What is a Trust?

A trust is a legal entity that allows one to transfer property, wealth and other assets to beneficiaries without going through the public probate process. The giving party (“trustor” or “grantor”) transfers stewardship to the holding party (“trustee”), who manages all relevant assets, tax obligations, debts and liabilities for the receiving party (“beneficiary”).

Trusts are created under state law, but also are taxed under federal law. Thus, a Federal Tax Identification Number is typically required. It’s important to meet requirements and create a trust in accordance with the law, because trusts help safeguard estates. They ensure that assets are properly distributed according to the trustor’s instructions.

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Why You Need a Tax ID to Form a Trust

Tax filing requirements for trusts vary depending on how and for what purpose the trust is officially formed. In many cases, you must apply for an Employer Identification Number (EIN) before you can create a new trust.

Also known as a Federal Tax Identification Number or Tax ID Number, this unique ID is what both state and federal government agencies use to track your tax status. The number identifies a trust (and other types of entities) similarly to the way a Social Security number identifies you as an individual. 

Typically trusts are required to file taxes when the trust has $600 in income or the trust has a non-resident alien as a beneficiary. , They are required to use IRS Form 1041 to report:


However, if the trust is classified as a grantor trust, it is not required to file a Form 1041, provided that the individual grantor reports all items of income and allowable expenses on his own Form 1040, U.S. Individual Income Tax Return.

Banks and other financial institutions may also ask for a Trust EIN number before doing business with any of the parties involved.

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Revocable and Irrevocable Trusts

Although there are a number of different uses for trusts, the two basic types are revocable and irrevocable.

An irrevocable trust entails transferring an individual’s assets to the trust and surrendering all rights of ownership. The terms of the trust cannot be changed or terminated unless the beneficiary/beneficiaries grant permission. All irrevocable trusts must have a Federal Tax ID Number.

With a revocable trust, the trustor’s Social Security number and tax return are used to report the trust’s income. The trustor can change or cancel the terms of a revocable trust, which is also sometimes referred to as a living trust. When a trustor dies, however, the trust becomes irrevocable. At that time, his or her estate is required to obtain a Federal Tax ID Number.

How Trusts Are Used

In addition to ensuring that assets are distributed according to an individual’s wishes, a trust can also shield the parties from estate taxes, help keep financial information private and protect property from the creditors of the trustor’s heirs.

There are several types of special trusts, including (but not limited to) the following:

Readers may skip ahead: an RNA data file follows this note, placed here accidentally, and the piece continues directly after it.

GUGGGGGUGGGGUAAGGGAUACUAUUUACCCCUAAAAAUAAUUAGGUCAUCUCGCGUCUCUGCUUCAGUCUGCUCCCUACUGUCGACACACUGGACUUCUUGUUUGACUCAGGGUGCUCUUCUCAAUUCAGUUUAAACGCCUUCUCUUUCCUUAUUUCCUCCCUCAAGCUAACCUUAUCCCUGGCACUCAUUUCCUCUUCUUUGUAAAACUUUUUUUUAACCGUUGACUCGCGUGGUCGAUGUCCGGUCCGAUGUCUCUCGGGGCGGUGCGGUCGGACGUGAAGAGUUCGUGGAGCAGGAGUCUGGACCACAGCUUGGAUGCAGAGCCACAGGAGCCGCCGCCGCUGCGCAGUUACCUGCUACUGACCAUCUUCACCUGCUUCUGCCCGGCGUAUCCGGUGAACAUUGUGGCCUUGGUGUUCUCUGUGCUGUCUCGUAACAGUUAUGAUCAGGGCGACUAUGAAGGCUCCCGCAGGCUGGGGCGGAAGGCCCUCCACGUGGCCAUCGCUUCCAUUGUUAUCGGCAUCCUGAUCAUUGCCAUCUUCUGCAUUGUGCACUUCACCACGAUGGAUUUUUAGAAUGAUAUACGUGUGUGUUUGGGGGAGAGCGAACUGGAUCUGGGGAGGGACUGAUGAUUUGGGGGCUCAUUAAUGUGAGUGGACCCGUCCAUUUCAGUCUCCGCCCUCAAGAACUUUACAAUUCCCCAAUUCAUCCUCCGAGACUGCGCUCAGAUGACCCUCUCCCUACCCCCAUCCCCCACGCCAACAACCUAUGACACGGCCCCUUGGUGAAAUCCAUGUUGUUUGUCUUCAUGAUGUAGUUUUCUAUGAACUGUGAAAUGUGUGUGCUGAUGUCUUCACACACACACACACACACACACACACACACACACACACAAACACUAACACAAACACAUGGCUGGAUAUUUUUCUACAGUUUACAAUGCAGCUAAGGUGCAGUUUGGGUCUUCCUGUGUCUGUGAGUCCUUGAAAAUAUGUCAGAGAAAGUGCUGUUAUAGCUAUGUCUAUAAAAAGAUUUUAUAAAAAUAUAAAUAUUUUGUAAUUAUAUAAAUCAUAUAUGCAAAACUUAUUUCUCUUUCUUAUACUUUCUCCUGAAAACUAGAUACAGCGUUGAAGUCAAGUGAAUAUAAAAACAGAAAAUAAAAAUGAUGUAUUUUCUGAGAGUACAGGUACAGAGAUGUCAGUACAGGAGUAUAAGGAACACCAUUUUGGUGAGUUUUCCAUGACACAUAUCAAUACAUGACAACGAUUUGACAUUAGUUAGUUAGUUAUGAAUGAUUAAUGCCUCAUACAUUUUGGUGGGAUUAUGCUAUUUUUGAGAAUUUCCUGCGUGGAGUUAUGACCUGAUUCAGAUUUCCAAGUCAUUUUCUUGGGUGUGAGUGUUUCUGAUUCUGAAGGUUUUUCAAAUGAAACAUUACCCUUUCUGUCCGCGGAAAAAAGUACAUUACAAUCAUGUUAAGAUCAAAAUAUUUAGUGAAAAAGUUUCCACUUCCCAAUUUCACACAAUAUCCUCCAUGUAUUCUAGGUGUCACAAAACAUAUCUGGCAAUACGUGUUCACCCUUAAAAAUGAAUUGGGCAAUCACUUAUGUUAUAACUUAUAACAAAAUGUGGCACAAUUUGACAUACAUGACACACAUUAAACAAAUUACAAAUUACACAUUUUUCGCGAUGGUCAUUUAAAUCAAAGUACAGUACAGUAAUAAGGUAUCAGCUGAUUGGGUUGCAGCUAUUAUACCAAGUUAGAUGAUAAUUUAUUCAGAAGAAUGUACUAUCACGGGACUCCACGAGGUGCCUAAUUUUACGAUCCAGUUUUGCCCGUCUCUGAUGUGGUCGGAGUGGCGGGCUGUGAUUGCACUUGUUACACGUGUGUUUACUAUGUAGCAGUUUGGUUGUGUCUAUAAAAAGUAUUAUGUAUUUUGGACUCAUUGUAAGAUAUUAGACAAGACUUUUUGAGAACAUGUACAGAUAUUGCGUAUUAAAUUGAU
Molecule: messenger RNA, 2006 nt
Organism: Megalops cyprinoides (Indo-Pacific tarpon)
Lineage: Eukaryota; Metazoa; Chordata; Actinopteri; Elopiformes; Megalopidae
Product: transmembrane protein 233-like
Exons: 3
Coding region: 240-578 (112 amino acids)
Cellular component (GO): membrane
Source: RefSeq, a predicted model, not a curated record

Which involve a court-appointed individual managing the financial affairs of a minor or incapacitated individual.


Which involve a financial institution holding an individual’s assets, typically for safekeeping.


Which involve a court-supervised administrator overseeing the assets of a minor or an individual who is incompetent in the eyes of the law.

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Why Apply for a Trust EIN Number Through GovDocFiling

Applying for a Trust EIN involves filling out complex paperwork with the IRS. However, very few estate planners are prepared to navigate these confusing application forms or deal with lengthy delays. Fortunately, there is an easier and faster way to apply for a Trust Tax ID Number.

GovDocFiling offers a full range of filing, formation and tax support to help you get your trust up and running as quickly as possible. Rather than wade through complex legalese, you can use our simplified online form to easily apply for a Trust Tax ID. Streamlined and intuitive, our EIN application takes only a few minutes to complete. And it asks all the relevant questions for securing a Tax ID, no matter where you decide to form your trust.

Here are some additional reasons why estate planners choose to apply for Trust Tax IDs through GovDocFiling:

Our online EIN form is available 24/7, allowing you to start the application process at your leisure. This is in sharp contrast to the IRS portal, which is only available for select hours during weekdays.

Our tax experts will carefully review your Trust EIN application for accuracy to ensure there are no errors that might delay the approval process.

Our support team is also available 24/7 — unlike the IRS, which is closed during evenings, weekends and holidays.

We guarantee same-day delivery if application received by 3pm PST, with most trust applicants receiving their EINs in just a few hours.

All required fields in our EIN application are written in easy to understand English to minimize confusion and help you fill out the form quickly and easily.

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Whenever you’re ready, click on the button below and start the EIN application process. It takes just minutes to complete. Our tax-savvy customer service team is readily available by phone or chat during business hours or by e-mail to answer any questions.

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